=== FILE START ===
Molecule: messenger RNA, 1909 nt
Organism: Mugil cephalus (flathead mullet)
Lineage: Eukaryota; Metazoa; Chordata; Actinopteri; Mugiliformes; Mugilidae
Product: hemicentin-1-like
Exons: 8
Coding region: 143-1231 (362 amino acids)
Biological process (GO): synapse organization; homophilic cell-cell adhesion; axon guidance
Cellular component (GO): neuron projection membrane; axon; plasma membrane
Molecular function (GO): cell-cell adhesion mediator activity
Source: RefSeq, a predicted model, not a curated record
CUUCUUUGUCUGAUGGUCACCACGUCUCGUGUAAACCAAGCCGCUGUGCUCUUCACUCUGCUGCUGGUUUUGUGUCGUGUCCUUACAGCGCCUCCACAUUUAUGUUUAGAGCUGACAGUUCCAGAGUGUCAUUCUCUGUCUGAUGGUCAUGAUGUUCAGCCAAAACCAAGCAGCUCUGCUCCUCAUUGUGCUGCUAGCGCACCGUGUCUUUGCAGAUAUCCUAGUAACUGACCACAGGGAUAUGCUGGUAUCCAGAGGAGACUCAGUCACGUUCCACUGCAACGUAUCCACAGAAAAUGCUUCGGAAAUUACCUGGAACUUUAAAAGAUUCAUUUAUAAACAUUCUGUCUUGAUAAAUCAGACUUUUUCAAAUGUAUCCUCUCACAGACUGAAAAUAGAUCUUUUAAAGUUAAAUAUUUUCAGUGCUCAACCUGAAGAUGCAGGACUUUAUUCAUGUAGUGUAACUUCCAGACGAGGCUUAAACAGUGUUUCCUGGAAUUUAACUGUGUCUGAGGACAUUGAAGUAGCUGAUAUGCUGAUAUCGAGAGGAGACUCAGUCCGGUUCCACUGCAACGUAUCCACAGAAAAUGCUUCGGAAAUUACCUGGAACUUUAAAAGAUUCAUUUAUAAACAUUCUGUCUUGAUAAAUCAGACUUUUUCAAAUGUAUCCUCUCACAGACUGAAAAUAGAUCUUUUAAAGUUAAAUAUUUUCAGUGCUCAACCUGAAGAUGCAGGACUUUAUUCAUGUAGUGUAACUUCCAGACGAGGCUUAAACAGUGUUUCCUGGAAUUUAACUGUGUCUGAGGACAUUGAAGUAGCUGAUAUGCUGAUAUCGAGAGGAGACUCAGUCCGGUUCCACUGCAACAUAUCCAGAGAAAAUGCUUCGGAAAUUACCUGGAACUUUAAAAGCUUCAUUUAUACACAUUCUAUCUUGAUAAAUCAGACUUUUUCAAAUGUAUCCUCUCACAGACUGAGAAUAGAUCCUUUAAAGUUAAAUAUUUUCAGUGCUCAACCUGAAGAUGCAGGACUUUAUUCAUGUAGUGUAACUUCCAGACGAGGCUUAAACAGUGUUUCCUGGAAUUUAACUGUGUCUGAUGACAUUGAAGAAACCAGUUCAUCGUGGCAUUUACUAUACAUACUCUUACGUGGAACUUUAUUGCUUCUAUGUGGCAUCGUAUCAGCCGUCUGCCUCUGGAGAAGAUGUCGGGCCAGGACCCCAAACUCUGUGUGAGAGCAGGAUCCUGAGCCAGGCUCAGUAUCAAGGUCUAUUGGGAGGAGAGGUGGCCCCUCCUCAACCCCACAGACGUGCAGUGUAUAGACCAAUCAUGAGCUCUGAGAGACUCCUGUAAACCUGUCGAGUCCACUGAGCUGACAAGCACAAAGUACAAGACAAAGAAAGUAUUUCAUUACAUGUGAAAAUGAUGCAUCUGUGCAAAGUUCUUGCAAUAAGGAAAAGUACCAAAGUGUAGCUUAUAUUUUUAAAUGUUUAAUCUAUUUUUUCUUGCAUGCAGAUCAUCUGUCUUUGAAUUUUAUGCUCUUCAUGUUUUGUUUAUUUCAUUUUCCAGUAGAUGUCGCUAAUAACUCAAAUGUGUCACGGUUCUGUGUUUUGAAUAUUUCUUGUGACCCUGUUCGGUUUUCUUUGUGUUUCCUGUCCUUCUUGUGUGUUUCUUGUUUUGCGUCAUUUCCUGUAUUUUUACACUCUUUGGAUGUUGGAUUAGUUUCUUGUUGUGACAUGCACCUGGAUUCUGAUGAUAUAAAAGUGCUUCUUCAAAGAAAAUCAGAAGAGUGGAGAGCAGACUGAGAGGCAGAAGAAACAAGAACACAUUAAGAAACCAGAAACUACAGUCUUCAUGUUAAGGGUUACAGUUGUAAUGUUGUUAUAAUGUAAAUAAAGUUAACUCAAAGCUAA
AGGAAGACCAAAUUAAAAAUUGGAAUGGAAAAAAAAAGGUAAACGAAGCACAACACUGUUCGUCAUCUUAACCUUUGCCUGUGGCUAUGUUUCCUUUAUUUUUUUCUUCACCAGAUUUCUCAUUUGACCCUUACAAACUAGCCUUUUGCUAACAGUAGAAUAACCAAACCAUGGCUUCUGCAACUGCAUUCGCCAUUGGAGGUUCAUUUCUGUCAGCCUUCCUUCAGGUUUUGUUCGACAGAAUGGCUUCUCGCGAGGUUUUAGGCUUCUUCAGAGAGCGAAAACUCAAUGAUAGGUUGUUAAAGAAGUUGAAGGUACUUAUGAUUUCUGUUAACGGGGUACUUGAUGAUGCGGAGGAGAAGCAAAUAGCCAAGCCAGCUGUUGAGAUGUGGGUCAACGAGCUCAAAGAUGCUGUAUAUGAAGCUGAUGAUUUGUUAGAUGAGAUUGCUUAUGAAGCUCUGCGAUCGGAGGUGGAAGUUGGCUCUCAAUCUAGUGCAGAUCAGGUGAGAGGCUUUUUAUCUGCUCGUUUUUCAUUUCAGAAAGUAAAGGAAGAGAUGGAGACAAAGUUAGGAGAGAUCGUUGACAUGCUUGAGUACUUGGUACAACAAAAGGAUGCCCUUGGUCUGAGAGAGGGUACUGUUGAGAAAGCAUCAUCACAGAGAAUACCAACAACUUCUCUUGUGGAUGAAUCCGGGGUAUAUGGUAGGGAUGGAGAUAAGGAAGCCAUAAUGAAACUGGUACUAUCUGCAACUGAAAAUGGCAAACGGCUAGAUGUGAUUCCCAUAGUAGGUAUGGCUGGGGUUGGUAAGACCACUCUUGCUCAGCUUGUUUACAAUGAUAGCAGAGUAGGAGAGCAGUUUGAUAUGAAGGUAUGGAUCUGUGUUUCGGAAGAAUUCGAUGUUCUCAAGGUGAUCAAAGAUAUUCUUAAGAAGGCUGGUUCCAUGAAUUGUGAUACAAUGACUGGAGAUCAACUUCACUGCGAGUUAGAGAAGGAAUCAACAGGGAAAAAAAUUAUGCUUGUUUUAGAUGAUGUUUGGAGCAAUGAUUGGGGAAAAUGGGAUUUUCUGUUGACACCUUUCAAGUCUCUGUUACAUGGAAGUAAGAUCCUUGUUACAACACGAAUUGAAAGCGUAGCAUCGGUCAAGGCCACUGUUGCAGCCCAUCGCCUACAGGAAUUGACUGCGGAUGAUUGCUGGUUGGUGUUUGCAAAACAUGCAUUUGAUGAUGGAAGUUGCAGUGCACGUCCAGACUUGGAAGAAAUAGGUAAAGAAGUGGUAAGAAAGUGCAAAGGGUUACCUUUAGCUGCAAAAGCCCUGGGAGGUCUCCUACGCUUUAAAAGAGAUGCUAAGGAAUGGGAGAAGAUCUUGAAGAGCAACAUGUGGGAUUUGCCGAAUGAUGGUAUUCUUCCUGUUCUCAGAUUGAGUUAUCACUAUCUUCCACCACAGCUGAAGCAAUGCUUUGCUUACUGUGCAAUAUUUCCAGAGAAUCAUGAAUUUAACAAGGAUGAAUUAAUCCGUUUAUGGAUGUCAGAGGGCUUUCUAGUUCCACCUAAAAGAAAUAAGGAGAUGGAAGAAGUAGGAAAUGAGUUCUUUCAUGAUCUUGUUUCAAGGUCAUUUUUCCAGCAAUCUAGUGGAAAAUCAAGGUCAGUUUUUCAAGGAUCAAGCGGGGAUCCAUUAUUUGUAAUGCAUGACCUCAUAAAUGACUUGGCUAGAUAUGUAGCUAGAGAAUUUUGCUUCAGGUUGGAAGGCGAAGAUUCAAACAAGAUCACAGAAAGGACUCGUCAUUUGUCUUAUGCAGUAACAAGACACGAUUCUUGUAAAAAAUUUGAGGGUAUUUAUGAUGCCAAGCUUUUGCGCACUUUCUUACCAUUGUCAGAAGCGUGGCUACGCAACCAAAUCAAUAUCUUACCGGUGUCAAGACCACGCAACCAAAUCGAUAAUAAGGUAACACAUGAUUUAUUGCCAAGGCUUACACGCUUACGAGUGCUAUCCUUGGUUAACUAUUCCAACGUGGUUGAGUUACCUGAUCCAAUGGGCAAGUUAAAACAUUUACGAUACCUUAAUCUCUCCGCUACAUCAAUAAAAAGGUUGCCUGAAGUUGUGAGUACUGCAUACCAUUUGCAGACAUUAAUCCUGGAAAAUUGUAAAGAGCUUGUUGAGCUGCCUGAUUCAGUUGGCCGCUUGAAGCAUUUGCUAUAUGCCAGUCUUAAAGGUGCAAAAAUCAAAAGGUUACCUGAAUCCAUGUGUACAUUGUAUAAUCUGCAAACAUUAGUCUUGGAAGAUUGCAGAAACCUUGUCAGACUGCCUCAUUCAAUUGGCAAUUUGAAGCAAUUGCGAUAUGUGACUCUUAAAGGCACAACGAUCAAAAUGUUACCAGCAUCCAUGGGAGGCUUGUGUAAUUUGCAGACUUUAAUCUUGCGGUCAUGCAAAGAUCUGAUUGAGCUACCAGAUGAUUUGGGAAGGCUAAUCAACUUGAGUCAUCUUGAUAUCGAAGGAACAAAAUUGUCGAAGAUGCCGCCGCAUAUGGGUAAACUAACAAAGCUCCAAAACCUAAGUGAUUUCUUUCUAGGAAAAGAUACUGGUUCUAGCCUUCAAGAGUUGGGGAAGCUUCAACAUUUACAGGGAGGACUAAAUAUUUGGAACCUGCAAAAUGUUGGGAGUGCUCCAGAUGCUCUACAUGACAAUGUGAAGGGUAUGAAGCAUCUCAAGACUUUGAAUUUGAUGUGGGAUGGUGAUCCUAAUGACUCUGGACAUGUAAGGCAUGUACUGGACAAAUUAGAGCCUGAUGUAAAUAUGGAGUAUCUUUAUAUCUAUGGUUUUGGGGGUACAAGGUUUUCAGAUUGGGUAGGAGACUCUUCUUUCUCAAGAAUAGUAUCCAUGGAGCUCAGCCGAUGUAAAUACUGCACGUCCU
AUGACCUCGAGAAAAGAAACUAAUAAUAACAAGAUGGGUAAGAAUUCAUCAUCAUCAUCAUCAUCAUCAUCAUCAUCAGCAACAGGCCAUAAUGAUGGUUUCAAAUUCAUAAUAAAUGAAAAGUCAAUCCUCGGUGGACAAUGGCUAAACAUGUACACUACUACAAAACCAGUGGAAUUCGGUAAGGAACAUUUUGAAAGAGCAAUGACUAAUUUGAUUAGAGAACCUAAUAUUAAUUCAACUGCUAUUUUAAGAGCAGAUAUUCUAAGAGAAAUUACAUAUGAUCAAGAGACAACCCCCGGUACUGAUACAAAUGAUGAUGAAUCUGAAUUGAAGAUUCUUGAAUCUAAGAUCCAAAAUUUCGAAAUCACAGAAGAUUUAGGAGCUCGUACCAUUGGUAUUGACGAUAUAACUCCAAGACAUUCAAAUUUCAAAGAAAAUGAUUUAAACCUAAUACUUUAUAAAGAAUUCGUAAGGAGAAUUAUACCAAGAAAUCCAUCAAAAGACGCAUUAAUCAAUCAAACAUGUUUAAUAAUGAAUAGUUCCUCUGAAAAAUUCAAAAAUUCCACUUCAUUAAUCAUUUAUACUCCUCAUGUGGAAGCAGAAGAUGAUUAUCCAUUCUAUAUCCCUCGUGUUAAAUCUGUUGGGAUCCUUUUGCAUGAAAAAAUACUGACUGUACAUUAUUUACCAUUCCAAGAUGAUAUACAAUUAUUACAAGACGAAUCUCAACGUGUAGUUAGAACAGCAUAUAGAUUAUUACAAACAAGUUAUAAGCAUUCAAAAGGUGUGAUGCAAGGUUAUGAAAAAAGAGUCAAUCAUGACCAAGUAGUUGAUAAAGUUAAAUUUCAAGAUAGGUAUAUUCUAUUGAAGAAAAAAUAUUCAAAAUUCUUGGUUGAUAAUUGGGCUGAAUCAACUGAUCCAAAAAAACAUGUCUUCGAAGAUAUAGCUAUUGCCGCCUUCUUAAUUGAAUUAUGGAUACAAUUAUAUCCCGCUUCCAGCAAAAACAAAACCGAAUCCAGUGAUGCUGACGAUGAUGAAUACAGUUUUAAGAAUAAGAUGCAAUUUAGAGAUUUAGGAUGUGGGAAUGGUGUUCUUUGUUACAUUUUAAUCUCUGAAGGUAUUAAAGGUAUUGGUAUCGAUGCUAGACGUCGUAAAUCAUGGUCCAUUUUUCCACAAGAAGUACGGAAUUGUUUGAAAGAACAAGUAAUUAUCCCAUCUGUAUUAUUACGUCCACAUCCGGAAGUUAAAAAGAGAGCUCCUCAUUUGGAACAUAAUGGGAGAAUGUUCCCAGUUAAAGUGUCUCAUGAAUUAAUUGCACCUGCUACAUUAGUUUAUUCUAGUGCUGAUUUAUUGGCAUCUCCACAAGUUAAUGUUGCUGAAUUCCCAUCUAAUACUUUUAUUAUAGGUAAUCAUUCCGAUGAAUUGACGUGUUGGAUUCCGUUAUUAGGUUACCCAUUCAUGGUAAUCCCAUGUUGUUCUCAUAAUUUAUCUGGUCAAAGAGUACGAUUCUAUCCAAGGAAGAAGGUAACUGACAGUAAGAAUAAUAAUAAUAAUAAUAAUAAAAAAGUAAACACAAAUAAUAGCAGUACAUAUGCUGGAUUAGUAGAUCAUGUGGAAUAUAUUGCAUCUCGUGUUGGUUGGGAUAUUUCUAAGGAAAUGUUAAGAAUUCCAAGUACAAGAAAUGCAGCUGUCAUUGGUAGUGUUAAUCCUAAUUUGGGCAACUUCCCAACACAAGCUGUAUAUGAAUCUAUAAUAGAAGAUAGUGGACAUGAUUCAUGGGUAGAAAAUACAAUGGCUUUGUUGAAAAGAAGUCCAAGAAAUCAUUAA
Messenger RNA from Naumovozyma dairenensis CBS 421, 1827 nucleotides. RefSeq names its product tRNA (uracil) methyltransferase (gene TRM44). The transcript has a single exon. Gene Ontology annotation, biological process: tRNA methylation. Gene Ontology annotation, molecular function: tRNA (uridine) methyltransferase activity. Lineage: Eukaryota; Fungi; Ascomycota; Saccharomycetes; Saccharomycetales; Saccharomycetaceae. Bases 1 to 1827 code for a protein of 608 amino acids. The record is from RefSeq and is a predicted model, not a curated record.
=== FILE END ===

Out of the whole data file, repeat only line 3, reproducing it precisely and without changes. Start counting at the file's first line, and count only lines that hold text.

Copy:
Lineage: Eukaryota; Metazoa; Chordata; Actinopteri; Mugiliformes; Mugilidae